Lady Lamb

By
Photography Chris Colls

Published February 25, 2015

Like any Brooklyn resident worth her salt, Aly Spaltro is eager to talk about her favorite blog. “About five years ago, my mom started writing down all her childhood memories online for my siblings and I to read,” says the demure singer-songwriter, 25, over cappuccinos in Park Slope. “It’s full of mischievous things she did as a kid, pranks she pulled on her brother. There are her memories of us as children, too. It’s one of the more special things she’s ever done for us.”

Spaltro clearly inherited that gift for emotional prose. As the folk-pop artist Lady Lamb (a moniker that she pulled from odd journal scribblings), the Brooklyn-via-Maine musician exudes both plucky confidence and precocious serenity as she unspools intimate, often strange tales. Her second album, After (Mom + Pop), covers a wide emotional range: She brims with love for her family, shouting euphorically, “I’m gnawing my way back home!” atop power-pop guitars (“Billions of Eyes”), then laments lost childhood in a hoarse drawl that recalls Angel Olsen (“Ten”). In a more playful moment, she theorizes on UFO sightings over jagged bass textures, crying, “Galileo Galilee Galilae Galeli!” (“Heretic”). The songs capture a new brevity; while her first record, Ripely Pine, meandered somberly in folk opuses that often exceeded five minutes, After is a more radio-friendly effort.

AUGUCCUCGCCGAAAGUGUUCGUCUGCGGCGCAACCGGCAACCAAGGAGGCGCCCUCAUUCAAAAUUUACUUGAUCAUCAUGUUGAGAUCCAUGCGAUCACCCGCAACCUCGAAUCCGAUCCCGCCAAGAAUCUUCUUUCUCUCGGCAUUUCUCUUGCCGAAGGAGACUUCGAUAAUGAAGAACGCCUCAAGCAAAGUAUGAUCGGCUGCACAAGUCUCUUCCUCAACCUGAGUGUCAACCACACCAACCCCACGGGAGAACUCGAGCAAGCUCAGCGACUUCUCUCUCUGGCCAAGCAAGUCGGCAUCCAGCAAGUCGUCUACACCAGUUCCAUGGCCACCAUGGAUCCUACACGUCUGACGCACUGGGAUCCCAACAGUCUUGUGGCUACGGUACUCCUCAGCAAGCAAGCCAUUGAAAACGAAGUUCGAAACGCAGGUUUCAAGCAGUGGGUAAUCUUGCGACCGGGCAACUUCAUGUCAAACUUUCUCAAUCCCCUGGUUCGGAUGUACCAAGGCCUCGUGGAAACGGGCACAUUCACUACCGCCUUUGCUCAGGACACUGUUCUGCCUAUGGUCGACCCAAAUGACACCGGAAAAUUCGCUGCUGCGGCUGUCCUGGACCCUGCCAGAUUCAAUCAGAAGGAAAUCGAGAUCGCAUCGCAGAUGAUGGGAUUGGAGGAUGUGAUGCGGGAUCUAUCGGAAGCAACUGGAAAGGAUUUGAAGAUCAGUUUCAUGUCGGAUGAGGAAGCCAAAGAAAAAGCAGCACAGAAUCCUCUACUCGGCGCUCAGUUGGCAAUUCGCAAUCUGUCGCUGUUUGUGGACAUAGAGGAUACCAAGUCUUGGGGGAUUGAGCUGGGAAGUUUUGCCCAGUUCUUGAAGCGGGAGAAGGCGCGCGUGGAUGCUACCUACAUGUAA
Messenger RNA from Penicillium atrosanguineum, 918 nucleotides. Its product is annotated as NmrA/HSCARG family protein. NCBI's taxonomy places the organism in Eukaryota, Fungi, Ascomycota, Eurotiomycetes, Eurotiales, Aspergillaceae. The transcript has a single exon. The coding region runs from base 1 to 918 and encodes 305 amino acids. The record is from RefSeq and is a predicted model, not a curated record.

“I wanted to make an album that was still uninhibited and still me in every way, but I also wanted to challenge myself to be more direct,” says Spaltro, an entirely self-taught musician. “I wrote a lot of the first record when I was 18. I was so full of emotions that were battling each other, and the songs reflected that. But now I’m in a different place.”

Spaltro will support After with a national spring tour, and aims to add a European leg after. Her broadest career goals are, however, of the more introspective sort. “More than anything, I want to enjoy this experience while it’s happening,” she says. “It’s hard when you’re on the road to take a step back and say, ‘I’m living my dream right now!’ I hope to do that more.”